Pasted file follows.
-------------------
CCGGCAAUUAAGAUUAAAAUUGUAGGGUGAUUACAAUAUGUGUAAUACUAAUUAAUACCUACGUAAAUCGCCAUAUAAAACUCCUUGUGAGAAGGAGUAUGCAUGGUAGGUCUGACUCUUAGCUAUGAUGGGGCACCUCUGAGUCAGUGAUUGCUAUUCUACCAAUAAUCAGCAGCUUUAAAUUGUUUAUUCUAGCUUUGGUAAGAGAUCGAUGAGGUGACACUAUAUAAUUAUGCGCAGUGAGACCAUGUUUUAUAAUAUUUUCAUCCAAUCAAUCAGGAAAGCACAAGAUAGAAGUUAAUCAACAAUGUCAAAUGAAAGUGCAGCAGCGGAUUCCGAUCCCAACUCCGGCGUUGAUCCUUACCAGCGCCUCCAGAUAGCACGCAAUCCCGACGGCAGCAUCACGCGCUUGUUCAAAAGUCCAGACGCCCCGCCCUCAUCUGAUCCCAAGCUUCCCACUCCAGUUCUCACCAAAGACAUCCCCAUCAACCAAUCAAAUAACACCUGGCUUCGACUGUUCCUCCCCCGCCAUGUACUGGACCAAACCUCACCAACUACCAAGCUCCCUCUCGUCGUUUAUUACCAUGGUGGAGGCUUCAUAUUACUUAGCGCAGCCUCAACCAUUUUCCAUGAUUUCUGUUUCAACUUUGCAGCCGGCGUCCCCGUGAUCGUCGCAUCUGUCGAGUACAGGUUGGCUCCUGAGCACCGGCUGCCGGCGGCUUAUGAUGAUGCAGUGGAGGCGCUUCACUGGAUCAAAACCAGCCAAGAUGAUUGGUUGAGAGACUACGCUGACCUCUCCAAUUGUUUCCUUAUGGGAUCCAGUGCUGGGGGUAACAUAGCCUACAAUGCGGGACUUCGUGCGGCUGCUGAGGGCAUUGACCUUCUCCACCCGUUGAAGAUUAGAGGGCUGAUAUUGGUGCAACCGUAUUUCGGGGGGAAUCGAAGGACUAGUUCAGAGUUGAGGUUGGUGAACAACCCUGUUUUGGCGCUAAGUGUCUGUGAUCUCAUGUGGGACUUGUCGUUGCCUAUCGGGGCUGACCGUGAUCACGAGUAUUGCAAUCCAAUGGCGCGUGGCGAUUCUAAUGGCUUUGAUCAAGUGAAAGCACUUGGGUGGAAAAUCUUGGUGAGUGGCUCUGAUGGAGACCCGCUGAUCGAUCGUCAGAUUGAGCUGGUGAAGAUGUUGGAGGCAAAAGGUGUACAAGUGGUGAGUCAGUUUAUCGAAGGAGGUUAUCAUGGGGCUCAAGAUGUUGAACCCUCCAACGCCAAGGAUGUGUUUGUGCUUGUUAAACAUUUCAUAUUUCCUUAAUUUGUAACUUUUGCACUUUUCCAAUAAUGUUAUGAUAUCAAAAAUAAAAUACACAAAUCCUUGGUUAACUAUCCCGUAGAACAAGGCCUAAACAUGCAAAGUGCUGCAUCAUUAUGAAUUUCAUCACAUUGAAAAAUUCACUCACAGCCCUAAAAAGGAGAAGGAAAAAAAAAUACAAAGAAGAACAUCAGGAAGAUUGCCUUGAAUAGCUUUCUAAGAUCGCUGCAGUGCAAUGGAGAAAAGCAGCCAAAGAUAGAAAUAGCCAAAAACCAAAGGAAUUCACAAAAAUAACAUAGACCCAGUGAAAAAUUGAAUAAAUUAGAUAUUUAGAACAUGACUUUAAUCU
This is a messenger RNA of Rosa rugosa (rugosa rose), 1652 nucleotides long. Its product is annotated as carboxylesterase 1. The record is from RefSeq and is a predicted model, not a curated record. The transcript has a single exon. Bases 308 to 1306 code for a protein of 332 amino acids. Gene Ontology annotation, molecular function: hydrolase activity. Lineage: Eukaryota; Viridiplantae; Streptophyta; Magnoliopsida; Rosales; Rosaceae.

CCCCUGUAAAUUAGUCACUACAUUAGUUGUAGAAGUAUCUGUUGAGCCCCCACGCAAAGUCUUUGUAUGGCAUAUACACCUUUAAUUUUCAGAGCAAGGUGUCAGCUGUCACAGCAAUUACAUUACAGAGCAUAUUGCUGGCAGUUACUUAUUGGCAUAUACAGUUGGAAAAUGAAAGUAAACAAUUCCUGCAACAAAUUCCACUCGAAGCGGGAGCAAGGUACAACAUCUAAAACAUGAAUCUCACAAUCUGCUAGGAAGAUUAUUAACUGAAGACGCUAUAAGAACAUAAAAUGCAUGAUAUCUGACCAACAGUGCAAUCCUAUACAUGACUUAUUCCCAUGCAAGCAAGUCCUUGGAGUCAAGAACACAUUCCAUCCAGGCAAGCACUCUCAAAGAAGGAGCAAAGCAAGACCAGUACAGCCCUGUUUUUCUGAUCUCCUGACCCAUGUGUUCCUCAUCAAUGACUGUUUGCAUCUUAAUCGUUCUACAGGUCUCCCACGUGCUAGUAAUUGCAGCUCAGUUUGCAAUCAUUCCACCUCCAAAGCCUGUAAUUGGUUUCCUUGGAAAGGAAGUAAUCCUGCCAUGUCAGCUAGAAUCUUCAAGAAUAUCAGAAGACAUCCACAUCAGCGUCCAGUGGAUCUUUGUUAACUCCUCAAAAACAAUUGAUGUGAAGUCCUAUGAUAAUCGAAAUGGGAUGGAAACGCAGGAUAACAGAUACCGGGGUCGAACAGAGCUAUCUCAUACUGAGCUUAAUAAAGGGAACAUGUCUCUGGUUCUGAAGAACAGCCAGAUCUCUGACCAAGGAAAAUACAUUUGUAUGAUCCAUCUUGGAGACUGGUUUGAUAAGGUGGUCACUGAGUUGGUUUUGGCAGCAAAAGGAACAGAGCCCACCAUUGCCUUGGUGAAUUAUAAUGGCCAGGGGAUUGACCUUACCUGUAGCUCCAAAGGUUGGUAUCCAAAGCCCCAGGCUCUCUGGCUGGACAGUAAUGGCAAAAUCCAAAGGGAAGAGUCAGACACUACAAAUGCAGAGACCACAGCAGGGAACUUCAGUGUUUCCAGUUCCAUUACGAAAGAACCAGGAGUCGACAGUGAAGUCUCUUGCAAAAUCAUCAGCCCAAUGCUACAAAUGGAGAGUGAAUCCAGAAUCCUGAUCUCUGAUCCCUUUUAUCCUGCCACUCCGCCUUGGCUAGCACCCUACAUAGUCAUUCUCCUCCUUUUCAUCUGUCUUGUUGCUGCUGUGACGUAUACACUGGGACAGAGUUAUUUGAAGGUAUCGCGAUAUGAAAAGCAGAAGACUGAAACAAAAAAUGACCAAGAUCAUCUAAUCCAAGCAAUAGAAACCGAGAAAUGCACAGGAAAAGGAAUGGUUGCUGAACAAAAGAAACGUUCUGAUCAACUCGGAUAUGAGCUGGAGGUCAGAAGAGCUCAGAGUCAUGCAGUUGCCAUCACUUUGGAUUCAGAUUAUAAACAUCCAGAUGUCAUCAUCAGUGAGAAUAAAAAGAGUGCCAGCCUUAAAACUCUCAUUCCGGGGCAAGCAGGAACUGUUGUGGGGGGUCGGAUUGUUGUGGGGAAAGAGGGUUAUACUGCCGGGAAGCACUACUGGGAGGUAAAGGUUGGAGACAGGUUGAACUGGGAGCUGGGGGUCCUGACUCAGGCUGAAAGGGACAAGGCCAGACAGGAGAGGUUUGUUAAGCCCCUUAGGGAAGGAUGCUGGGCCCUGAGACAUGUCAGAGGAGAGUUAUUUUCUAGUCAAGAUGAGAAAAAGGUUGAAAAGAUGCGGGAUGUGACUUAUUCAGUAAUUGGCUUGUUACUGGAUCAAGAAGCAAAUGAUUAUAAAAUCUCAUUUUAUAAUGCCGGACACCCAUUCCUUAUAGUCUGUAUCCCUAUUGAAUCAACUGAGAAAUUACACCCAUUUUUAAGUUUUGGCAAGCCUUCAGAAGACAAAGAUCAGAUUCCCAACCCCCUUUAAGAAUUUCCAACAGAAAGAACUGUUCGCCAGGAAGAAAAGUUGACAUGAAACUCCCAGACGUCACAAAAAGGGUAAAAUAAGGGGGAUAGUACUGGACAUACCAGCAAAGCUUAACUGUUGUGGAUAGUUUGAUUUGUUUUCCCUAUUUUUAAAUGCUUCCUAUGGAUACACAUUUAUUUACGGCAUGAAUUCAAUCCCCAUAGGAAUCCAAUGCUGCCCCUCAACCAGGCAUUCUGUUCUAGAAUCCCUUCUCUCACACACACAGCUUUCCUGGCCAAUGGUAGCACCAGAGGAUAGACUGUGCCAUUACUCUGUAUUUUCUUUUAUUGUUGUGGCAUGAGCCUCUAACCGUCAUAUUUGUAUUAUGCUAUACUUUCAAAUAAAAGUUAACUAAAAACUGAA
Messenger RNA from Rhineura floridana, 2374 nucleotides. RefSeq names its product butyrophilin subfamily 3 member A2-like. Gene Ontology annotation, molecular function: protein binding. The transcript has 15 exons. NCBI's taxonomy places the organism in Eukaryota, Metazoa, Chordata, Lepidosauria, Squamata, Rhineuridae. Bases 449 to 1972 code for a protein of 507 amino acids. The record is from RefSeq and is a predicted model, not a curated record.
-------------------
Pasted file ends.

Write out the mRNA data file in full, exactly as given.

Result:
CCGGCAAUUAAGAUUAAAAUUGUAGGGUGAUUACAAUAUGUGUAAUACUAAUUAAUACCUACGUAAAUCGCCAUAUAAAACUCCUUGUGAGAAGGAGUAUGCAUGGUAGGUCUGACUCUUAGCUAUGAUGGGGCACCUCUGAGUCAGUGAUUGCUAUUCUACCAAUAAUCAGCAGCUUUAAAUUGUUUAUUCUAGCUUUGGUAAGAGAUCGAUGAGGUGACACUAUAUAAUUAUGCGCAGUGAGACCAUGUUUUAUAAUAUUUUCAUCCAAUCAAUCAGGAAAGCACAAGAUAGAAGUUAAUCAACAAUGUCAAAUGAAAGUGCAGCAGCGGAUUCCGAUCCCAACUCCGGCGUUGAUCCUUACCAGCGCCUCCAGAUAGCACGCAAUCCCGACGGCAGCAUCACGCGCUUGUUCAAAAGUCCAGACGCCCCGCCCUCAUCUGAUCCCAAGCUUCCCACUCCAGUUCUCACCAAAGACAUCCCCAUCAACCAAUCAAAUAACACCUGGCUUCGACUGUUCCUCCCCCGCCAUGUACUGGACCAAACCUCACCAACUACCAAGCUCCCUCUCGUCGUUUAUUACCAUGGUGGAGGCUUCAUAUUACUUAGCGCAGCCUCAACCAUUUUCCAUGAUUUCUGUUUCAACUUUGCAGCCGGCGUCCCCGUGAUCGUCGCAUCUGUCGAGUACAGGUUGGCUCCUGAGCACCGGCUGCCGGCGGCUUAUGAUGAUGCAGUGGAGGCGCUUCACUGGAUCAAAACCAGCCAAGAUGAUUGGUUGAGAGACUACGCUGACCUCUCCAAUUGUUUCCUUAUGGGAUCCAGUGCUGGGGGUAACAUAGCCUACAAUGCGGGACUUCGUGCGGCUGCUGAGGGCAUUGACCUUCUCCACCCGUUGAAGAUUAGAGGGCUGAUAUUGGUGCAACCGUAUUUCGGGGGGAAUCGAAGGACUAGUUCAGAGUUGAGGUUGGUGAACAACCCUGUUUUGGCGCUAAGUGUCUGUGAUCUCAUGUGGGACUUGUCGUUGCCUAUCGGGGCUGACCGUGAUCACGAGUAUUGCAAUCCAAUGGCGCGUGGCGAUUCUAAUGGCUUUGAUCAAGUGAAAGCACUUGGGUGGAAAAUCUUGGUGAGUGGCUCUGAUGGAGACCCGCUGAUCGAUCGUCAGAUUGAGCUGGUGAAGAUGUUGGAGGCAAAAGGUGUACAAGUGGUGAGUCAGUUUAUCGAAGGAGGUUAUCAUGGGGCUCAAGAUGUUGAACCCUCCAACGCCAAGGAUGUGUUUGUGCUUGUUAAACAUUUCAUAUUUCCUUAAUUUGUAACUUUUGCACUUUUCCAAUAAUGUUAUGAUAUCAAAAAUAAAAUACACAAAUCCUUGGUUAACUAUCCCGUAGAACAAGGCCUAAACAUGCAAAGUGCUGCAUCAUUAUGAAUUUCAUCACAUUGAAAAAUUCACUCACAGCCCUAAAAAGGAGAAGGAAAAAAAAAUACAAAGAAGAACAUCAGGAAGAUUGCCUUGAAUAGCUUUCUAAGAUCGCUGCAGUGCAAUGGAGAAAAGCAGCCAAAGAUAGAAAUAGCCAAAAACCAAAGGAAUUCACAAAAAUAACAUAGACCCAGUGAAAAAUUGAAUAAAUUAGAUAUUUAGAACAUGACUUUAAUCU
This is a messenger RNA of Rosa rugosa (rugosa rose), 1652 nucleotides long. Its product is annotated as carboxylesterase 1. The record is from RefSeq and is a predicted model, not a curated record. The transcript has a single exon. Bases 308 to 1306 code for a protein of 332 amino acids. Gene Ontology annotation, molecular function: hydrolase activity. Lineage: Eukaryota; Viridiplantae; Streptophyta; Magnoliopsida; Rosales; Rosaceae.

CCCCUGUAAAUUAGUCACUACAUUAGUUGUAGAAGUAUCUGUUGAGCCCCCACGCAAAGUCUUUGUAUGGCAUAUACACCUUUAAUUUUCAGAGCAAGGUGUCAGCUGUCACAGCAAUUACAUUACAGAGCAUAUUGCUGGCAGUUACUUAUUGGCAUAUACAGUUGGAAAAUGAAAGUAAACAAUUCCUGCAACAAAUUCCACUCGAAGCGGGAGCAAGGUACAACAUCUAAAACAUGAAUCUCACAAUCUGCUAGGAAGAUUAUUAACUGAAGACGCUAUAAGAACAUAAAAUGCAUGAUAUCUGACCAACAGUGCAAUCCUAUACAUGACUUAUUCCCAUGCAAGCAAGUCCUUGGAGUCAAGAACACAUUCCAUCCAGGCAAGCACUCUCAAAGAAGGAGCAAAGCAAGACCAGUACAGCCCUGUUUUUCUGAUCUCCUGACCCAUGUGUUCCUCAUCAAUGACUGUUUGCAUCUUAAUCGUUCUACAGGUCUCCCACGUGCUAGUAAUUGCAGCUCAGUUUGCAAUCAUUCCACCUCCAAAGCCUGUAAUUGGUUUCCUUGGAAAGGAAGUAAUCCUGCCAUGUCAGCUAGAAUCUUCAAGAAUAUCAGAAGACAUCCACAUCAGCGUCCAGUGGAUCUUUGUUAACUCCUCAAAAACAAUUGAUGUGAAGUCCUAUGAUAAUCGAAAUGGGAUGGAAACGCAGGAUAACAGAUACCGGGGUCGAACAGAGCUAUCUCAUACUGAGCUUAAUAAAGGGAACAUGUCUCUGGUUCUGAAGAACAGCCAGAUCUCUGACCAAGGAAAAUACAUUUGUAUGAUCCAUCUUGGAGACUGGUUUGAUAAGGUGGUCACUGAGUUGGUUUUGGCAGCAAAAGGAACAGAGCCCACCAUUGCCUUGGUGAAUUAUAAUGGCCAGGGGAUUGACCUUACCUGUAGCUCCAAAGGUUGGUAUCCAAAGCCCCAGGCUCUCUGGCUGGACAGUAAUGGCAAAAUCCAAAGGGAAGAGUCAGACACUACAAAUGCAGAGACCACAGCAGGGAACUUCAGUGUUUCCAGUUCCAUUACGAAAGAACCAGGAGUCGACAGUGAAGUCUCUUGCAAAAUCAUCAGCCCAAUGCUACAAAUGGAGAGUGAAUCCAGAAUCCUGAUCUCUGAUCCCUUUUAUCCUGCCACUCCGCCUUGGCUAGCACCCUACAUAGUCAUUCUCCUCCUUUUCAUCUGUCUUGUUGCUGCUGUGACGUAUACACUGGGACAGAGUUAUUUGAAGGUAUCGCGAUAUGAAAAGCAGAAGACUGAAACAAAAAAUGACCAAGAUCAUCUAAUCCAAGCAAUAGAAACCGAGAAAUGCACAGGAAAAGGAAUGGUUGCUGAACAAAAGAAACGUUCUGAUCAACUCGGAUAUGAGCUGGAGGUCAGAAGAGCUCAGAGUCAUGCAGUUGCCAUCACUUUGGAUUCAGAUUAUAAACAUCCAGAUGUCAUCAUCAGUGAGAAUAAAAAGAGUGCCAGCCUUAAAACUCUCAUUCCGGGGCAAGCAGGAACUGUUGUGGGGGGUCGGAUUGUUGUGGGGAAAGAGGGUUAUACUGCCGGGAAGCACUACUGGGAGGUAAAGGUUGGAGACAGGUUGAACUGGGAGCUGGGGGUCCUGACUCAGGCUGAAAGGGACAAGGCCAGACAGGAGAGGUUUGUUAAGCCCCUUAGGGAAGGAUGCUGGGCCCUGAGACAUGUCAGAGGAGAGUUAUUUUCUAGUCAAGAUGAGAAAAAGGUUGAAAAGAUGCGGGAUGUGACUUAUUCAGUAAUUGGCUUGUUACUGGAUCAAGAAGCAAAUGAUUAUAAAAUCUCAUUUUAUAAUGCCGGACACCCAUUCCUUAUAGUCUGUAUCCCUAUUGAAUCAACUGAGAAAUUACACCCAUUUUUAAGUUUUGGCAAGCCUUCAGAAGACAAAGAUCAGAUUCCCAACCCCCUUUAAGAAUUUCCAACAGAAAGAACUGUUCGCCAGGAAGAAAAGUUGACAUGAAACUCCCAGACGUCACAAAAAGGGUAAAAUAAGGGGGAUAGUACUGGACAUACCAGCAAAGCUUAACUGUUGUGGAUAGUUUGAUUUGUUUUCCCUAUUUUUAAAUGCUUCCUAUGGAUACACAUUUAUUUACGGCAUGAAUUCAAUCCCCAUAGGAAUCCAAUGCUGCCCCUCAACCAGGCAUUCUGUUCUAGAAUCCCUUCUCUCACACACACAGCUUUCCUGGCCAAUGGUAGCACCAGAGGAUAGACUGUGCCAUUACUCUGUAUUUUCUUUUAUUGUUGUGGCAUGAGCCUCUAACCGUCAUAUUUGUAUUAUGCUAUACUUUCAAAUAAAAGUUAACUAAAAACUGAA
Messenger RNA from Rhineura floridana, 2374 nucleotides. RefSeq names its product butyrophilin subfamily 3 member A2-like. Gene Ontology annotation, molecular function: protein binding. The transcript has 15 exons. NCBI's taxonomy places the organism in Eukaryota, Metazoa, Chordata, Lepidosauria, Squamata, Rhineuridae. Bases 449 to 1972 code for a protein of 507 amino acids. The record is from RefSeq and is a predicted model, not a curated record.